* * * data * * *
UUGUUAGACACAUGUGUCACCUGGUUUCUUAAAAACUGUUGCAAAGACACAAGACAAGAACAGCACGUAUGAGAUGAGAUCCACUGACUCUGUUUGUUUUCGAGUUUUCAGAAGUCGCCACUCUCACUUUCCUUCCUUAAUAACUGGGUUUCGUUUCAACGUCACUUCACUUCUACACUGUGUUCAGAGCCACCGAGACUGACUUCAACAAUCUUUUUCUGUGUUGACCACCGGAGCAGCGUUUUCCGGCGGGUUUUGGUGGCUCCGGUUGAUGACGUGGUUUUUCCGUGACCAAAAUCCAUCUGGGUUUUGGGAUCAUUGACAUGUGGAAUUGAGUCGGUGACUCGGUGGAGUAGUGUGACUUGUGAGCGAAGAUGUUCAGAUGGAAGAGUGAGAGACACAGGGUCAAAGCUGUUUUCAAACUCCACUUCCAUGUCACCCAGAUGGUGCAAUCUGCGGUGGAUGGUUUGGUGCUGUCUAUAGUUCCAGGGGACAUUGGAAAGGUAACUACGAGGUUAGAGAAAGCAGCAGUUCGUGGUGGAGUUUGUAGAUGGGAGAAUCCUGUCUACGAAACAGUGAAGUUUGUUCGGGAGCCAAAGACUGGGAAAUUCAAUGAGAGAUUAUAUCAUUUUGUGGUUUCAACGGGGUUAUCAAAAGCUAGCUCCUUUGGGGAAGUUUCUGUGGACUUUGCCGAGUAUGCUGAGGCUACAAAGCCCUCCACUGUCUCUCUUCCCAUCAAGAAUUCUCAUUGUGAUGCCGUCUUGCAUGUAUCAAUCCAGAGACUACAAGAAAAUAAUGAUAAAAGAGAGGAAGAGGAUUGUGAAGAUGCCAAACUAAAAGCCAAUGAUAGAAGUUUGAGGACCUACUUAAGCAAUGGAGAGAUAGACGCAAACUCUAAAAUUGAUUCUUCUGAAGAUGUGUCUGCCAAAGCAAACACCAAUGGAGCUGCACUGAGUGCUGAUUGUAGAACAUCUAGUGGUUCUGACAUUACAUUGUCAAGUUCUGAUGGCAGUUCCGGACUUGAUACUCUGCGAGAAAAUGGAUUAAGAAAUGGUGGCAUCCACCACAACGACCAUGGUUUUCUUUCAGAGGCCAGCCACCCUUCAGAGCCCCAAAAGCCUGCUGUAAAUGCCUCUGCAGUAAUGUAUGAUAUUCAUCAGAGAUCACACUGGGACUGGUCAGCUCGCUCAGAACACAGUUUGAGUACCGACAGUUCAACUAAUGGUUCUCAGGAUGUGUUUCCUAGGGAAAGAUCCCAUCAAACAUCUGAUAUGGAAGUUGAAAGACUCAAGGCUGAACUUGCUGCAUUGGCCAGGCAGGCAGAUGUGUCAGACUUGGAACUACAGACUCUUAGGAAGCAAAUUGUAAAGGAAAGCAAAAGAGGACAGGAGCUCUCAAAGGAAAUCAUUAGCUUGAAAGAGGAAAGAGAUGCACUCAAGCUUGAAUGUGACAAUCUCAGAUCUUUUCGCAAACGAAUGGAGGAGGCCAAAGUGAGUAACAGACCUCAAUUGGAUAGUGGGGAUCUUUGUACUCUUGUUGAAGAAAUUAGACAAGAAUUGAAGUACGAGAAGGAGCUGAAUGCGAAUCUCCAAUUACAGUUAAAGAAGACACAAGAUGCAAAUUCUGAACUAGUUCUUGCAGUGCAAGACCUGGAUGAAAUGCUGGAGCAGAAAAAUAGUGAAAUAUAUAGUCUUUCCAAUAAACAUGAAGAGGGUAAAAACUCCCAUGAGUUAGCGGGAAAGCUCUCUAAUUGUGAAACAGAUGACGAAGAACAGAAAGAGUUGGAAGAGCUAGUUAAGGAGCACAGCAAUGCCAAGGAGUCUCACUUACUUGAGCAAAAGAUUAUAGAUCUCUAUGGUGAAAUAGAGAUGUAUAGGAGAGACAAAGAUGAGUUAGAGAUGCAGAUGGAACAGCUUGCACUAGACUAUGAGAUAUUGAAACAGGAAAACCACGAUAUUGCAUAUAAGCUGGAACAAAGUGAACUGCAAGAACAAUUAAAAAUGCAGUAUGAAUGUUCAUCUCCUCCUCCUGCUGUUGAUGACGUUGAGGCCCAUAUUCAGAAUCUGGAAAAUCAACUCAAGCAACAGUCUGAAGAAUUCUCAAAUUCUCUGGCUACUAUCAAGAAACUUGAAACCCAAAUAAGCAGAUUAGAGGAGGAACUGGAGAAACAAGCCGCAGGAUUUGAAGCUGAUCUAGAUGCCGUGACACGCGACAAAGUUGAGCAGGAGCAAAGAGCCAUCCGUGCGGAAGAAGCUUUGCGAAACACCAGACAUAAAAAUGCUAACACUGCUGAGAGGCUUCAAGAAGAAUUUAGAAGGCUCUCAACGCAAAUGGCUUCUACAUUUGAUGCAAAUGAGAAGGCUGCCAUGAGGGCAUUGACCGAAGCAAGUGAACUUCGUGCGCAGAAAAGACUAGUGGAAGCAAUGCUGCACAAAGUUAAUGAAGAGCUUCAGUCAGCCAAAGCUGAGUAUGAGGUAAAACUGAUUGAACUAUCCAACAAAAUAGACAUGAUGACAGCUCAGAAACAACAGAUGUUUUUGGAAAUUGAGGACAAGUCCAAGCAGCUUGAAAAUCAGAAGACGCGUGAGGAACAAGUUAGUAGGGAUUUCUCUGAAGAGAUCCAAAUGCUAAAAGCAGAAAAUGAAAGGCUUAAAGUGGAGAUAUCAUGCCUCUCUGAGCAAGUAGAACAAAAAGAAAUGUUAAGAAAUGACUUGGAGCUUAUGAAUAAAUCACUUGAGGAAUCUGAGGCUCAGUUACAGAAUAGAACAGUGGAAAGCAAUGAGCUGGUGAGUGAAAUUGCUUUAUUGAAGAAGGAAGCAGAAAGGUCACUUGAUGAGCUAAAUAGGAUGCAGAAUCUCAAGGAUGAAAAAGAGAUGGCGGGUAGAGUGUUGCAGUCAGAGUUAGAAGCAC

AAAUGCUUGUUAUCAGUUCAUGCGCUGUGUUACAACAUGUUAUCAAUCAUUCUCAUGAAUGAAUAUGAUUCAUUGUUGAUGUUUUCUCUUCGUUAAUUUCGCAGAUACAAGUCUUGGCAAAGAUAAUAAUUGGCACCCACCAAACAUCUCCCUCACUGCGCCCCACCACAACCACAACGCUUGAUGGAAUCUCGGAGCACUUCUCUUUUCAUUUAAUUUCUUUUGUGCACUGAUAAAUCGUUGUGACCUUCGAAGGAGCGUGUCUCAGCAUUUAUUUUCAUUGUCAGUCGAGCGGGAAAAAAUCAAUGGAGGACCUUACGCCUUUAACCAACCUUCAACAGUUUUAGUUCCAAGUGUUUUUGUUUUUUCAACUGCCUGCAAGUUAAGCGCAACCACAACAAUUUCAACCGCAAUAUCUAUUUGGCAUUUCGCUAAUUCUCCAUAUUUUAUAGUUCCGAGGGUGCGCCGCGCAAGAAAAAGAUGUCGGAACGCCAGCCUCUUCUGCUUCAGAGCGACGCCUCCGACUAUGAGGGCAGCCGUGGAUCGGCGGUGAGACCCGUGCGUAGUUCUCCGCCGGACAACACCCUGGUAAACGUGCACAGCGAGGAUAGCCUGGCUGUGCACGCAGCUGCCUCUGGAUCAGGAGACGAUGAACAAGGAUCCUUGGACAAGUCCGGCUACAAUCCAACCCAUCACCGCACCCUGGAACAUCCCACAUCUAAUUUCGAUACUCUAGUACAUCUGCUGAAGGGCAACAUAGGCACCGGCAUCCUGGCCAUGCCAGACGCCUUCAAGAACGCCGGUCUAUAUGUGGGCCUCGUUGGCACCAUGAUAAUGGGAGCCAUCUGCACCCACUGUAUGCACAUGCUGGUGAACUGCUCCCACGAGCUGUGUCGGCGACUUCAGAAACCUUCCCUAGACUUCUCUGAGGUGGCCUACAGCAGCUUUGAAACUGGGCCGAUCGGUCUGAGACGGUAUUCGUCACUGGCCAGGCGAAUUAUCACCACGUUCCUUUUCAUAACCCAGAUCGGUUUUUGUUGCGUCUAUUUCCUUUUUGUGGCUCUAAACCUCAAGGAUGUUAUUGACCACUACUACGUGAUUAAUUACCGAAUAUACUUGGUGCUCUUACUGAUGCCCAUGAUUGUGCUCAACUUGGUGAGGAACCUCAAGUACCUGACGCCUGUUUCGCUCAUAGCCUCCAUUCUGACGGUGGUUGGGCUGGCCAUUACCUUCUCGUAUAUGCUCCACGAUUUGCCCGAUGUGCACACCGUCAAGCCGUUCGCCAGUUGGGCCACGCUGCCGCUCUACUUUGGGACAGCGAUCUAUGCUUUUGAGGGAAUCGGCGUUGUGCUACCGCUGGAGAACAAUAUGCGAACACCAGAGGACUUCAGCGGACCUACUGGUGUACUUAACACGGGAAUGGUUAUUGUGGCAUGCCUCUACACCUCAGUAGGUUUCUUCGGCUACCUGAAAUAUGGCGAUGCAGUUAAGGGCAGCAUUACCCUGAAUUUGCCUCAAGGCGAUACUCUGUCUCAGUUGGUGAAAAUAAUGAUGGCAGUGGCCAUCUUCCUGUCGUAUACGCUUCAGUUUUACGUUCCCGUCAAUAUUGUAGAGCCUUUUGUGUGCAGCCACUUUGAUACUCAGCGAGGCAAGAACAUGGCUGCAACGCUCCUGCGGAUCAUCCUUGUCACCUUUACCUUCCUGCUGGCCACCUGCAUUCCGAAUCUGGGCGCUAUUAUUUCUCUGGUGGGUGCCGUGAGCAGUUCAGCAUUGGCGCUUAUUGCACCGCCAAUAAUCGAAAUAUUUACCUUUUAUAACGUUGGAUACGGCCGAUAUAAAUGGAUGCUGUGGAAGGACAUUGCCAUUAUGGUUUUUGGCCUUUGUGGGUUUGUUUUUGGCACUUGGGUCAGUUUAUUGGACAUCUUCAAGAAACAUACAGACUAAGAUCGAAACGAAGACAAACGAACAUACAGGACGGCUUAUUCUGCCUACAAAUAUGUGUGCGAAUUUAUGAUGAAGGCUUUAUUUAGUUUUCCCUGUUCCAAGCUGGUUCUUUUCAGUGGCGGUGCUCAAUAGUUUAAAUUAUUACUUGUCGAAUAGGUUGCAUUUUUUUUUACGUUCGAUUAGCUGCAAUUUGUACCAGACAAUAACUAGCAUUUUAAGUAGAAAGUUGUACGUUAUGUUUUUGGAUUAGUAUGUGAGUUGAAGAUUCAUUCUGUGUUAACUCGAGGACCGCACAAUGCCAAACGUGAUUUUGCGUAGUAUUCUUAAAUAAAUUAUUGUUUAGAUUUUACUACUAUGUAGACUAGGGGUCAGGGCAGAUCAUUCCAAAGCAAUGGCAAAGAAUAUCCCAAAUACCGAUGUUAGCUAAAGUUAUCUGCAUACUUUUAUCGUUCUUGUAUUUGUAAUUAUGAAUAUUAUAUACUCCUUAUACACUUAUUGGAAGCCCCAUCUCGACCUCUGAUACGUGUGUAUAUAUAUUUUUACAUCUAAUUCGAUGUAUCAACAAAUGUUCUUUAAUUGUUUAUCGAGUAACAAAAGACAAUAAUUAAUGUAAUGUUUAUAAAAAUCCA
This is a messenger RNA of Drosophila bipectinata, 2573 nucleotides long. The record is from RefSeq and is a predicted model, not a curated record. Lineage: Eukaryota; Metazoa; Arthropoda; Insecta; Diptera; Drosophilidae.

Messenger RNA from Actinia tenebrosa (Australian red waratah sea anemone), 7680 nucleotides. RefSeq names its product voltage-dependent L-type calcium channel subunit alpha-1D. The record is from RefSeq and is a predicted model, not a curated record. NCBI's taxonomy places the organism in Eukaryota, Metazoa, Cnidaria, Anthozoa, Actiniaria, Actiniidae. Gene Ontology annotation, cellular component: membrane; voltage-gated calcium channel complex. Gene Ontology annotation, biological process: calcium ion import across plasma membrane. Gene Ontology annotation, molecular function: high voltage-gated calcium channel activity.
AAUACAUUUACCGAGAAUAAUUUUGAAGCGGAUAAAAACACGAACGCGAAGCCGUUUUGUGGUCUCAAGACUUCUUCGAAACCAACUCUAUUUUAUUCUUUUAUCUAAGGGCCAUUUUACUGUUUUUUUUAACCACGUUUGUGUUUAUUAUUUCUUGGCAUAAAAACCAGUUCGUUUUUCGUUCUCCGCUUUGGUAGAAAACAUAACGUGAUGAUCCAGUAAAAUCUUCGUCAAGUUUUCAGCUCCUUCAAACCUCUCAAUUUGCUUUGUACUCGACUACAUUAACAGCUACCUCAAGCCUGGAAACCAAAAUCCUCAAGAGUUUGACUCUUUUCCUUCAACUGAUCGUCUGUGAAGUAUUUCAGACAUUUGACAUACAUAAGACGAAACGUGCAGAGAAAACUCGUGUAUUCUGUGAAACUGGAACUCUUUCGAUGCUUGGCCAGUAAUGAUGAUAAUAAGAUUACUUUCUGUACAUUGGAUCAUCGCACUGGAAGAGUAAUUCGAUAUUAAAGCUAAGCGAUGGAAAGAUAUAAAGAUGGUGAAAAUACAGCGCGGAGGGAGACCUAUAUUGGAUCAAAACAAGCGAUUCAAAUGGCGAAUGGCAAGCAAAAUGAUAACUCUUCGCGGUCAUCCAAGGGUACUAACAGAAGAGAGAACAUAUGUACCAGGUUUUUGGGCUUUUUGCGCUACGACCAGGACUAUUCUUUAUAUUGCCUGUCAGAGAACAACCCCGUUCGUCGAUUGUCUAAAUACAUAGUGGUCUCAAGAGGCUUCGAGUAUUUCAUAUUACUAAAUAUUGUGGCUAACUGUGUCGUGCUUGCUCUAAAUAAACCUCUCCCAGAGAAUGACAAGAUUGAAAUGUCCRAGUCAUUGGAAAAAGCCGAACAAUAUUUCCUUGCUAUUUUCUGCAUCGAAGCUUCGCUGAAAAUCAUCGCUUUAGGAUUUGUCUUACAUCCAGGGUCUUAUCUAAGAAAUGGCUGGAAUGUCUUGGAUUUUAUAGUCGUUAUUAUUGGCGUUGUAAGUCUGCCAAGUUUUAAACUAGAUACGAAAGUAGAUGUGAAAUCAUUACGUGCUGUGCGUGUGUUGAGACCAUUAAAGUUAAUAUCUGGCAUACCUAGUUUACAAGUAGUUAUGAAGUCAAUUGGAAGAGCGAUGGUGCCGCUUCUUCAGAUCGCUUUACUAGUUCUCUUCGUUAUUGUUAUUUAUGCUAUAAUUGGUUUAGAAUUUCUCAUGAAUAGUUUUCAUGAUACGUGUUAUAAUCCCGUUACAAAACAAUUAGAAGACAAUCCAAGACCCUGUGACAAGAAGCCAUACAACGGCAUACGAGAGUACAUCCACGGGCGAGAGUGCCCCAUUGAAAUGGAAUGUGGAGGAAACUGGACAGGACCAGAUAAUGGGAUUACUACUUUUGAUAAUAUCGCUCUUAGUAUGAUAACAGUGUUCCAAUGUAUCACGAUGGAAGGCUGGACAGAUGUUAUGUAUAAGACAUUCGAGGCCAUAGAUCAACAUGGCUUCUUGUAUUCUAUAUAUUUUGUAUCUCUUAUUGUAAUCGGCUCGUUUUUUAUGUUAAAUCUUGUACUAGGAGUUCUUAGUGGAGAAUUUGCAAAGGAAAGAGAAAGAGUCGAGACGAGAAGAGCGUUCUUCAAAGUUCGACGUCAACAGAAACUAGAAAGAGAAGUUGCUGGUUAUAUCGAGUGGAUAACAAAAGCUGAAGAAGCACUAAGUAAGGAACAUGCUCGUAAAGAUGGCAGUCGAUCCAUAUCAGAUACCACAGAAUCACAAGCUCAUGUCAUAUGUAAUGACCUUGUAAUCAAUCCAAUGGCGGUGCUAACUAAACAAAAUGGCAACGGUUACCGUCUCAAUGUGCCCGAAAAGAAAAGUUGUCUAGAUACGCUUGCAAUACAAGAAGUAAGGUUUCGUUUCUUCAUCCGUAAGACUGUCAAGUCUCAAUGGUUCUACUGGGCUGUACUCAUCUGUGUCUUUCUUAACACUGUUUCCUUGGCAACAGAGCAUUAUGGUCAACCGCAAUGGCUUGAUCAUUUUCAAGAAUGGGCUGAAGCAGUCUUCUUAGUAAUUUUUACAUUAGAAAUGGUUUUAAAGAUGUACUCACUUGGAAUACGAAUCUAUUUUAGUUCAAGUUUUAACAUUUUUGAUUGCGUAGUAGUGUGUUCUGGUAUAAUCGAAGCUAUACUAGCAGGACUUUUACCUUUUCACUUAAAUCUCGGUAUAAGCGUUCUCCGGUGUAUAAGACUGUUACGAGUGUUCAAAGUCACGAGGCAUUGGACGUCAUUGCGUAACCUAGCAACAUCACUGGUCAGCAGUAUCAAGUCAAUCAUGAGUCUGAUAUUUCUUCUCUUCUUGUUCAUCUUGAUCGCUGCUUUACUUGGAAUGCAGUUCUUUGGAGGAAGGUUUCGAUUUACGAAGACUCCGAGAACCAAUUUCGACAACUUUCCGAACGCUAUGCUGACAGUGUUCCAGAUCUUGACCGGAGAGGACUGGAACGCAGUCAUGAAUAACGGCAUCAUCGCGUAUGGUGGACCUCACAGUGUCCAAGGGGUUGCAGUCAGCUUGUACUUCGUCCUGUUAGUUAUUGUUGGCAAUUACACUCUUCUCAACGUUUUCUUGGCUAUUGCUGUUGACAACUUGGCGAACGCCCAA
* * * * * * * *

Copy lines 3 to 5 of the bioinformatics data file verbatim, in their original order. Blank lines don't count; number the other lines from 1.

This is a messenger RNA of Drosophila bipectinata, 2573 nucleotides long. The record is from RefSeq and is a predicted model, not a curated record. Lineage: Eukaryota; Metazoa; Arthropoda; Insecta; Diptera; Drosophilidae.

Messenger RNA from Actinia tenebrosa (Australian red waratah sea anemone), 7680 nucleotides. RefSeq names its product voltage-dependent L-type calcium channel subunit alpha-1D. The record is from RefSeq and is a predicted model, not a curated record. NCBI's taxonomy places the organism in Eukaryota, Metazoa, Cnidaria, Anthozoa, Actiniaria, Actiniidae. Gene Ontology annotation, cellular component: membrane; voltage-gated calcium channel complex. Gene Ontology annotation, biological process: calcium ion import across plasma membrane. Gene Ontology annotation, molecular function: high voltage-gated calcium channel activity.
AAUACAUUUACCGAGAAUAAUUUUGAAGCGGAUAAAAACACGAACGCGAAGCCGUUUUGUGGUCUCAAGACUUCUUCGAAACCAACUCUAUUUUAUUCUUUUAUCUAAGGGCCAUUUUACUGUUUUUUUUAACCACGUUUGUGUUUAUUAUUUCUUGGCAUAAAAACCAGUUCGUUUUUCGUUCUCCGCUUUGGUAGAAAACAUAACGUGAUGAUCCAGUAAAAUCUUCGUCAAGUUUUCAGCUCCUUCAAACCUCUCAAUUUGCUUUGUACUCGACUACAUUAACAGCUACCUCAAGCCUGGAAACCAAAAUCCUCAAGAGUUUGACUCUUUUCCUUCAACUGAUCGUCUGUGAAGUAUUUCAGACAUUUGACAUACAUAAGACGAAACGUGCAGAGAAAACUCGUGUAUUCUGUGAAACUGGAACUCUUUCGAUGCUUGGCCAGUAAUGAUGAUAAUAAGAUUACUUUCUGUACAUUGGAUCAUCGCACUGGAAGAGUAAUUCGAUAUUAAAGCUAAGCGAUGGAAAGAUAUAAAGAUGGUGAAAAUACAGCGCGGAGGGAGACCUAUAUUGGAUCAAAACAAGCGAUUCAAAUGGCGAAUGGCAAGCAAAAUGAUAACUCUUCGCGGUCAUCCAAGGGUACUAACAGAAGAGAGAACAUAUGUACCAGGUUUUUGGGCUUUUUGCGCUACGACCAGGACUAUUCUUUAUAUUGCCUGUCAGAGAACAACCCCGUUCGUCGAUUGUCUAAAUACAUAGUGGUCUCAAGAGGCUUCGAGUAUUUCAUAUUACUAAAUAUUGUGGCUAACUGUGUCGUGCUUGCUCUAAAUAAACCUCUCCCAGAGAAUGACAAGAUUGAAAUGUCCRAGUCAUUGGAAAAAGCCGAACAAUAUUUCCUUGCUAUUUUCUGCAUCGAAGCUUCGCUGAAAAUCAUCGCUUUAGGAUUUGUCUUACAUCCAGGGUCUUAUCUAAGAAAUGGCUGGAAUGUCUUGGAUUUUAUAGUCGUUAUUAUUGGCGUUGUAAGUCUGCCAAGUUUUAAACUAGAUACGAAAGUAGAUGUGAAAUCAUUACGUGCUGUGCGUGUGUUGAGACCAUUAAAGUUAAUAUCUGGCAUACCUAGUUUACAAGUAGUUAUGAAGUCAAUUGGAAGAGCGAUGGUGCCGCUUCUUCAGAUCGCUUUACUAGUUCUCUUCGUUAUUGUUAUUUAUGCUAUAAUUGGUUUAGAAUUUCUCAUGAAUAGUUUUCAUGAUACGUGUUAUAAUCCCGUUACAAAACAAUUAGAAGACAAUCCAAGACCCUGUGACAAGAAGCCAUACAACGGCAUACGAGAGUACAUCCACGGGCGAGAGUGCCCCAUUGAAAUGGAAUGUGGAGGAAACUGGACAGGACCAGAUAAUGGGAUUACUACUUUUGAUAAUAUCGCUCUUAGUAUGAUAACAGUGUUCCAAUGUAUCACGAUGGAAGGCUGGACAGAUGUUAUGUAUAAGACAUUCGAGGCCAUAGAUCAACAUGGCUUCUUGUAUUCUAUAUAUUUUGUAUCUCUUAUUGUAAUCGGCUCGUUUUUUAUGUUAAAUCUUGUACUAGGAGUUCUUAGUGGAGAAUUUGCAAAGGAAAGAGAAAGAGUCGAGACGAGAAGAGCGUUCUUCAAAGUUCGACGUCAACAGAAACUAGAAAGAGAAGUUGCUGGUUAUAUCGAGUGGAUAACAAAAGCUGAAGAAGCACUAAGUAAGGAACAUGCUCGUAAAGAUGGCAGUCGAUCCAUAUCAGAUACCACAGAAUCACAAGCUCAUGUCAUAUGUAAUGACCUUGUAAUCAAUCCAAUGGCGGUGCUAACUAAACAAAAUGGCAACGGUUACCGUCUCAAUGUGCCCGAAAAGAAAAGUUGUCUAGAUACGCUUGCAAUACAAGAAGUAAGGUUUCGUUUCUUCAUCCGUAAGACUGUCAAGUCUCAAUGGUUCUACUGGGCUGUACUCAUCUGUGUCUUUCUUAACACUGUUUCCUUGGCAACAGAGCAUUAUGGUCAACCGCAAUGGCUUGAUCAUUUUCAAGAAUGGGCUGAAGCAGUCUUCUUAGUAAUUUUUACAUUAGAAAUGGUUUUAAAGAUGUACUCACUUGGAAUACGAAUCUAUUUUAGUUCAAGUUUUAACAUUUUUGAUUGCGUAGUAGUGUGUUCUGGUAUAAUCGAAGCUAUACUAGCAGGACUUUUACCUUUUCACUUAAAUCUCGGUAUAAGCGUUCUCCGGUGUAUAAGACUGUUACGAGUGUUCAAAGUCACGAGGCAUUGGACGUCAUUGCGUAACCUAGCAACAUCACUGGUCAGCAGUAUCAAGUCAAUCAUGAGUCUGAUAUUUCUUCUCUUCUUGUUCAUCUUGAUCGCUGCUUUACUUGGAAUGCAGUUCUUUGGAGGAAGGUUUCGAUUUACGAAGACUCCGAGAACCAAUUUCGACAACUUUCCGAACGCUAUGCUGACAGUGUUCCAGAUCUUGACCGGAGAGGACUGGAACGCAGUCAUGAAUAACGGCAUCAUCGCGUAUGGUGGACCUCACAGUGUCCAAGGGGUUGCAGUCAGCUUGUACUUCGUCCUGUUAGUUAUUGUUGGCAAUUACACUCUUCUCAACGUUUUCUUGGCUAUUGCUGUUGACAACUUGGCGAACGCCCAA